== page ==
San Marcos Mercury | Local News from San Marcos and Hays County, Texas

August 11th, 2010
City council approves city manager profile


Clockwise from the left, San Marcos City Councilmembers Gaylord Bose, Ryan Thomason, John Thomaides, Mayor Susan Narvaiz and Councilmember Kim Porterfield at a conference table Tuesday night as the council decided to approve a city manager profile. Photo by Andy Sevilla.

Associate Editor

A revised profile for a new city manager in San Marcos will be made public later Wednesday, but the specific contents weren’t yet known after the city council approved it Tuesday night.

Kay Stroman of the Stroman Group, the consultant hired by the city to assist with its search for a top executive, said the profile doesn’t contain “significant changes,” except as requested by citizens during a period of public input last week.

Whether that means the updated profile deletes a requirement for municipal experience remains to be seen. The city council’s documentation has requested that the requirement be removed. However, Stroman said the public told her last week that it wants candidates to have city management experience. Stroman added that public wants the city manager to be approachable, to have good communication skills and to have strong leadership skills.

Stroman said said the employment vacancy with the candidate profile will be posted in several online websites Wednesday, including in the Texas Municipal League, Association of City Managers, American Public Work Association, Government Jobs, Texas City Management Association, and the International City/County Management Association.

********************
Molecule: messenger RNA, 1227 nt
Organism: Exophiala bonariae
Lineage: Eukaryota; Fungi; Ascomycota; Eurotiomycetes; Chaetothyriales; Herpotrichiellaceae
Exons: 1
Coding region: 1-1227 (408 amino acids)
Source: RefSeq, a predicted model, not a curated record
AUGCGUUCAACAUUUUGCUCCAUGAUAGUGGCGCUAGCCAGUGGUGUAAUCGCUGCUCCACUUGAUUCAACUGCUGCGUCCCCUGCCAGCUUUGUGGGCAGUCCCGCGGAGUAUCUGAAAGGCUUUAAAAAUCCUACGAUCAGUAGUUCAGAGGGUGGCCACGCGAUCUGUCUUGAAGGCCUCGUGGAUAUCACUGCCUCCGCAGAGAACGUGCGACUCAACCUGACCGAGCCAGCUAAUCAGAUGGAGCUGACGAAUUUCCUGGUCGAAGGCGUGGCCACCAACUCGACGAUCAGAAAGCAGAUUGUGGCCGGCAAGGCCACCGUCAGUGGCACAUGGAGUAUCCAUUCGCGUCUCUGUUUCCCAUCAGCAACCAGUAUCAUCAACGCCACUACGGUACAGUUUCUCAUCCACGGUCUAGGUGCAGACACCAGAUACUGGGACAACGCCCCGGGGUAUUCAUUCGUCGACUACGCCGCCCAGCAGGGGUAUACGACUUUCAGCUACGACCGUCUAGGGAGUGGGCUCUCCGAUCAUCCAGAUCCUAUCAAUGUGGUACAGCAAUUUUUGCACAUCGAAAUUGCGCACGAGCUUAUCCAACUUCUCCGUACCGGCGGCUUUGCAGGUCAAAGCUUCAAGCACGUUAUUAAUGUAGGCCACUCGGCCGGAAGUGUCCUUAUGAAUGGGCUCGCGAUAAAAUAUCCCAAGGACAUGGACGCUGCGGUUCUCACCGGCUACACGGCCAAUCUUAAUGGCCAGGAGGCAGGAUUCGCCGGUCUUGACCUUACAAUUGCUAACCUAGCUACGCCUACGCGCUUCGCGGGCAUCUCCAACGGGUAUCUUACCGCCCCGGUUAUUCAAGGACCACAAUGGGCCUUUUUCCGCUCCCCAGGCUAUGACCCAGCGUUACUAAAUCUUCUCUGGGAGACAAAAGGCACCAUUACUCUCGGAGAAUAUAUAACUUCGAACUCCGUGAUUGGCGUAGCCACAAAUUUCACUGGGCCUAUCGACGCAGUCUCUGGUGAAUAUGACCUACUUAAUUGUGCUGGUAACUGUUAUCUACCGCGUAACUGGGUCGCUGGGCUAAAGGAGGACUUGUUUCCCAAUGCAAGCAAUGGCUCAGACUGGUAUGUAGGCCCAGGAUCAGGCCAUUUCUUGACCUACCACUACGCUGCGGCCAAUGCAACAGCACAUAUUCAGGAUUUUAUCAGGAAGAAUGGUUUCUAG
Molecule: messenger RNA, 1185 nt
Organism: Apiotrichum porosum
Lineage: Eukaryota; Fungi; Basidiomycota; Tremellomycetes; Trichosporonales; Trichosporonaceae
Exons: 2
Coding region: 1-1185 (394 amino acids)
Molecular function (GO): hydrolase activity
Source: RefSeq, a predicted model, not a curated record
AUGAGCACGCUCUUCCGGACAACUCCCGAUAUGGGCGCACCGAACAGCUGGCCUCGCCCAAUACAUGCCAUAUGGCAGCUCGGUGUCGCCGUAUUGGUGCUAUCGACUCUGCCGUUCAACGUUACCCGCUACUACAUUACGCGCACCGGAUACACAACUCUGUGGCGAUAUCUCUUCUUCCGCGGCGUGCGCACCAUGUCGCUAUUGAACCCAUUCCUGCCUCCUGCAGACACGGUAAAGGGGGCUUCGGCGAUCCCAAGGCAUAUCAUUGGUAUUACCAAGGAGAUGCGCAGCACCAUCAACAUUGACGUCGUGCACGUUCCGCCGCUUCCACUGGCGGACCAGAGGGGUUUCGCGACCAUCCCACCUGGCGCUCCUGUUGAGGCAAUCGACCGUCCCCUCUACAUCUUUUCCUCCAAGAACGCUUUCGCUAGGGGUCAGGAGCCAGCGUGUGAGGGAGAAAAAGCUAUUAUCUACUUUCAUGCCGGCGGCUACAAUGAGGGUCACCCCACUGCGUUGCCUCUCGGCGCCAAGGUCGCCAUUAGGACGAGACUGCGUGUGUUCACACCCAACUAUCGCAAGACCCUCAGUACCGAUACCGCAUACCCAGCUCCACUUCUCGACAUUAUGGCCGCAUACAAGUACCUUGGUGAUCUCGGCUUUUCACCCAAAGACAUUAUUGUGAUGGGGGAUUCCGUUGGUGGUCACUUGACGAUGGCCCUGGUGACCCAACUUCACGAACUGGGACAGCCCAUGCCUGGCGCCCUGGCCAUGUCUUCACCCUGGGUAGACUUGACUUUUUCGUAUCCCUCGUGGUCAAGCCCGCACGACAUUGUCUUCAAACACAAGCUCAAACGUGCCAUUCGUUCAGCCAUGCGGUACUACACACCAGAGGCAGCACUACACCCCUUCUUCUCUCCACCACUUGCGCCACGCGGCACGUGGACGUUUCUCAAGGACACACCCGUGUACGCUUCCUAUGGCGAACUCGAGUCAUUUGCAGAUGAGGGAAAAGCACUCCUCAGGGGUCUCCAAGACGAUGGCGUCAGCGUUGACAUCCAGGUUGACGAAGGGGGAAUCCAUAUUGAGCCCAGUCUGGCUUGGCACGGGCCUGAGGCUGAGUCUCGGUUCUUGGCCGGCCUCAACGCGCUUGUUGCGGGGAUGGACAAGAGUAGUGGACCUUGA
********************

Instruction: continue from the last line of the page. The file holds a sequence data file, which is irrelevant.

The city manager position will be advertised until Sept. 2 at 5 p.m., in an effort to compile a short list of potential city manager candidates and name one by Oct 1. In the contract with the Stroman Group, the city stipulated a 60-day timeline to name a city manager.

Though several councilmembers expressed concern with the timeline, the city moved forward with the contract. Several residents have complained that the process is being rushed. San Marcos Mayor Susan Narvaiz said she disagrees.

“There is a lot of vetting going on, so there is no rush on this (executive) search,” Narvaiz said at the Aug. 3 council meeting.

Narvaiz is not seeking reelection to the mayor’s seat, but is determined to select a new city manager selected before her departure in November.

“Many of us (at least four councilmembers) felt we needed to expedite the process prior to the (November) election,” Narvaiz said last week.

Councilmember John Thomaides, who is seeking the mayor’s office, said at the Aug. 3 meeting that he was troubled by the 60-day timeline, which falls before a council election that could potentially sit four new councilmembers.

Thomaides went on to say that the search process should be allowed more time, allowing the newly elected council could select the new city manager. He said that the new city manager “may want to know who they’re working for and with.”

Stroman, who has no experience in searching for a city manager, said that in the private sector, where she has conducted searches for chief executive officers (CEO) and top-level executives, it is not unusual to set short timelines.

“(A timeline of) 60 days is not uncommon,” Stroman said, adding that it could also take 90 or 120 days to conduct an executive search. Stroman said it “depends on how aggressive you want to be.”

Stroman was awarded the $20,000 contract to conduct an executive search last week by a 5-2 vote, with Thomaides and Councilmember Gaylord Bose in opposition.